Quite simply: Infamous + Movie = Infamovie
An Infamovie is any film that has had trouble with the Australian censors, in terms of banning, cutting, or problems with distribution. The infamy is earned if it was/is banned in Australia, or came close to being banned. It is not necessarily a well known movie.
I’m anti-censorship. I don’t believe that at the age of 18, once someone is declared a legally responsible adult that they should still be patronised to by a partial committee as to what they can and can’t view.
I am, however, a firm believer in the ratings system (G, PG, M, MA, and R18+) even if the decisions made by the Office of Film and Literature Classification (OFLC) are sometimes laughable. Clearly, there is some stuff that should just not be seen until certain maturity has been reached – no 6 year old should see Dawn of the Dead for instance.
But I believe that once you’ve reached the age of 18 and have had the barrier (mostly) removed from what you can and can’t see, you should have it removed completely. There are exceptions to this – I strongly support the banning of snuff films and child pornography (the makers of which should be automatically castrated).
Now you can wage all the philosophical debates you can at me (many have done so) in favour of a government body controlling what you can and can’t see. You can try and persuade me that it’s better to have the option of banning films. If this is your viewpoint, I respect your opinion and your right to hold it – but it’s not mine and I’m not changing mine anytime soon.
The way the ratings system works is (essentially) this.
A film is made, and the company that wishes to distribute it in Australia submits it to the OFLC. They then determine what rating it will have, based on the quantity and severity of the content, as well as its tone. So a movie that is constantly violent, but the violence isn’t too graphic, or too serious, or too brutal in the context of the film, might be rated M, whereas a film about fluffy bunnies that has a disturbing, graphic and brutal slaughter scene in the middle might be rated R, despite it only being one scene.
Based on their decisions, the film is given the G, PG, M, MA or R rating. That is, of course, unless the content is a bit too extreme for the censors. If there’s too much sex or too much violence or too much…well anything that the censors can be offended by, the film is ‘Refused Classification’ and anything that doesn’t have a classification isn’t legally allowed to be shown, viewed or sold in Australia.
It’s interesting, as they aren’t technically banning the movies – they’re going about it in a way that does the same thing without the label. But, because very few people are even thatidiotic, we understand it to be banning, and I’ll be referring to the process as such.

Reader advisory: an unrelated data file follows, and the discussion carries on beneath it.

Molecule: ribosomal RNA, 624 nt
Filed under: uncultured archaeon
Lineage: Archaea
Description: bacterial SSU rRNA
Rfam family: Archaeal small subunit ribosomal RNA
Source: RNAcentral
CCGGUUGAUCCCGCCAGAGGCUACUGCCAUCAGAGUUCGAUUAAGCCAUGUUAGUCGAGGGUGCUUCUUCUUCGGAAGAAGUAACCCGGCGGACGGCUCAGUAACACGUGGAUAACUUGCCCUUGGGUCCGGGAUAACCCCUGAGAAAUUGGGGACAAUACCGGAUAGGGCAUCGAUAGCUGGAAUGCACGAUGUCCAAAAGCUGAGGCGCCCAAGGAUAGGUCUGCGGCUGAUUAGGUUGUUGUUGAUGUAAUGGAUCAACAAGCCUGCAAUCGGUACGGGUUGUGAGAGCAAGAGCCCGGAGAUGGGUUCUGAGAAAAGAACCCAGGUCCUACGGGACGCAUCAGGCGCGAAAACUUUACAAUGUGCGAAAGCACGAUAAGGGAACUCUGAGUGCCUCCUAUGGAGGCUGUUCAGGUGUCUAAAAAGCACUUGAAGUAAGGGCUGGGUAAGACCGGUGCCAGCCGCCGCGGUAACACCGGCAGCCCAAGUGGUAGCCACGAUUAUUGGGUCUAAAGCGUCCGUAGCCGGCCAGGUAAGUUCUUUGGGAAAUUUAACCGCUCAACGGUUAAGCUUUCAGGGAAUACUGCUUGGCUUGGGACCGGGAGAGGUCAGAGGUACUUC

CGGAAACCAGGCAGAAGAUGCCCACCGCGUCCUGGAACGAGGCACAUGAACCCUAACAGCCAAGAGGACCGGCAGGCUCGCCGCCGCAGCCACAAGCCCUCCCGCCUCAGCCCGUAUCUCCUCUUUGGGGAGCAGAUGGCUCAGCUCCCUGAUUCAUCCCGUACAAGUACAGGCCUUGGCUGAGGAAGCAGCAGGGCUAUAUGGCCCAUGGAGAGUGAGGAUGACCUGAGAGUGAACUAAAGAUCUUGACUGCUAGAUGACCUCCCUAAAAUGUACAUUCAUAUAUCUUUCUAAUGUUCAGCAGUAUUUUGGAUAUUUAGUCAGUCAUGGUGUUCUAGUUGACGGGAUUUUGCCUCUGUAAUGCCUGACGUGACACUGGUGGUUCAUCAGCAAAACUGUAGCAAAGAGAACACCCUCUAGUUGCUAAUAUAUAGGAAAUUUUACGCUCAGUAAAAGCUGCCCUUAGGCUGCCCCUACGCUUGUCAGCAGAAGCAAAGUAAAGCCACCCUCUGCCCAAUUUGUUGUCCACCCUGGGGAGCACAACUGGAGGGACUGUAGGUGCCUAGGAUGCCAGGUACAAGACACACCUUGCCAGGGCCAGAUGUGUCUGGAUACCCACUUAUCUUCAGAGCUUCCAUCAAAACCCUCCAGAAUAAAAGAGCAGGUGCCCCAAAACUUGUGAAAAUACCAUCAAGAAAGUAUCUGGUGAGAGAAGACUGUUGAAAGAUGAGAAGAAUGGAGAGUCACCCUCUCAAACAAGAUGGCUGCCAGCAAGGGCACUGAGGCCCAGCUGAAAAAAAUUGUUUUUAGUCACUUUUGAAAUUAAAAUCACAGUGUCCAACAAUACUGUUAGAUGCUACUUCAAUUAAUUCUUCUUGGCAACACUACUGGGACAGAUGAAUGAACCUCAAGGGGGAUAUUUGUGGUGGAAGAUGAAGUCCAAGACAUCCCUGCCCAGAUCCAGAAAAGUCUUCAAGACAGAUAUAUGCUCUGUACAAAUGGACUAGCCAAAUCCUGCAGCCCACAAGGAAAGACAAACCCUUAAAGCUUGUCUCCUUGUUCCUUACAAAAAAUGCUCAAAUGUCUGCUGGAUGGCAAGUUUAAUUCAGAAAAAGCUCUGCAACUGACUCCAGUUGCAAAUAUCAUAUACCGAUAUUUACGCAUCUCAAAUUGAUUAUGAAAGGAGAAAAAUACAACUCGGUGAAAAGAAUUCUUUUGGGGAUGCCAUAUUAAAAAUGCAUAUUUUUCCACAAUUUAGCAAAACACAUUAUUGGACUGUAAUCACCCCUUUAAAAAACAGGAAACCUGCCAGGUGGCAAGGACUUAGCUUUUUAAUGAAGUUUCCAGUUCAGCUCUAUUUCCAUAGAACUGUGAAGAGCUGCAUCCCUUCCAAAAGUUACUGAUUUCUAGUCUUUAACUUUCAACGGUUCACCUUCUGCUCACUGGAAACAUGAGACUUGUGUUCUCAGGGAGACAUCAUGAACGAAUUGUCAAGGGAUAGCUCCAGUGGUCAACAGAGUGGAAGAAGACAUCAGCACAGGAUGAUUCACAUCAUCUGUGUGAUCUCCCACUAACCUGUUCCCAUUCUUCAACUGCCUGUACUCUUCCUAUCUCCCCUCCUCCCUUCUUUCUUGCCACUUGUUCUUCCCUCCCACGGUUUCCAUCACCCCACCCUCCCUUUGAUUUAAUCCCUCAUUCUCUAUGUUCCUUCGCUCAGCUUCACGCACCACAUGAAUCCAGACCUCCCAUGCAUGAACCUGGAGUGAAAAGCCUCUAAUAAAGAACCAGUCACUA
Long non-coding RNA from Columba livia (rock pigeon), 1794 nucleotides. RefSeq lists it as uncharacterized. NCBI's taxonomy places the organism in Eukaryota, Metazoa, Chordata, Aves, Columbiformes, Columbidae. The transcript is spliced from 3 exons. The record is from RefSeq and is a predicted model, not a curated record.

Now, Australia being a liberal democracy, there is the chance to appeal these decisions, and that is where the review board comes into play. The distributor gets slapped with an RC (or any rating they’re not happy with, for that matter) and they want a second opinion, the film gets sent to the review board, who now view the film in light of the distributor’s protest, and in light of the Classification board’s decisions. They then assess whether or not the rating is fair, and either support it or re-classify. Often, the review board has lowered an RC to a very high R18+ rating, but if the film gets two RCs, you can pretty much guarantee that won’t change for at least 20 years.
It is of course a bit more complicated than what I’ve set out above, but that is the process in a nutshell.
Some things the censors really don’t like:
- Sexual Violence
- Sexual dialogue
- Sexual deviance
- Sexual perversion
- Sexual abberance
- Graphic violence
- Excessive gore
- Religiously offensive material
This is not to say that when any of these appear in a film, it will be banned, but it’s a lot more likely to be banned if one or more of these things appears in it.
The main problem I have with the OFLC, other than their ability to ban, is that they aren’t consistent with their ratings. One film may be released with a mild rating despite graphic content, another might be released with a restrictive rating despite comparatively inoffensive content, and the OFLC makes no effort to streamline or regulate these ratings.
So hopefully that gives the uninitiated a bit of a run down.
EDIT: At the time I started paying attention to film censorship in Australia,long before I ever wrote a single word about a movie, the department was still officially titled the Office of Film and Literature Classification. It has since been retitled the Australian Classification Board. I am well aware of this, and most of the films I’ve written about had troubles with the OFLC, not the ACB, so that’s stuck. I’m aware of the different names now, but will stick with the OFLC as its the more unique acronym – I don’t need anymore emails about this one.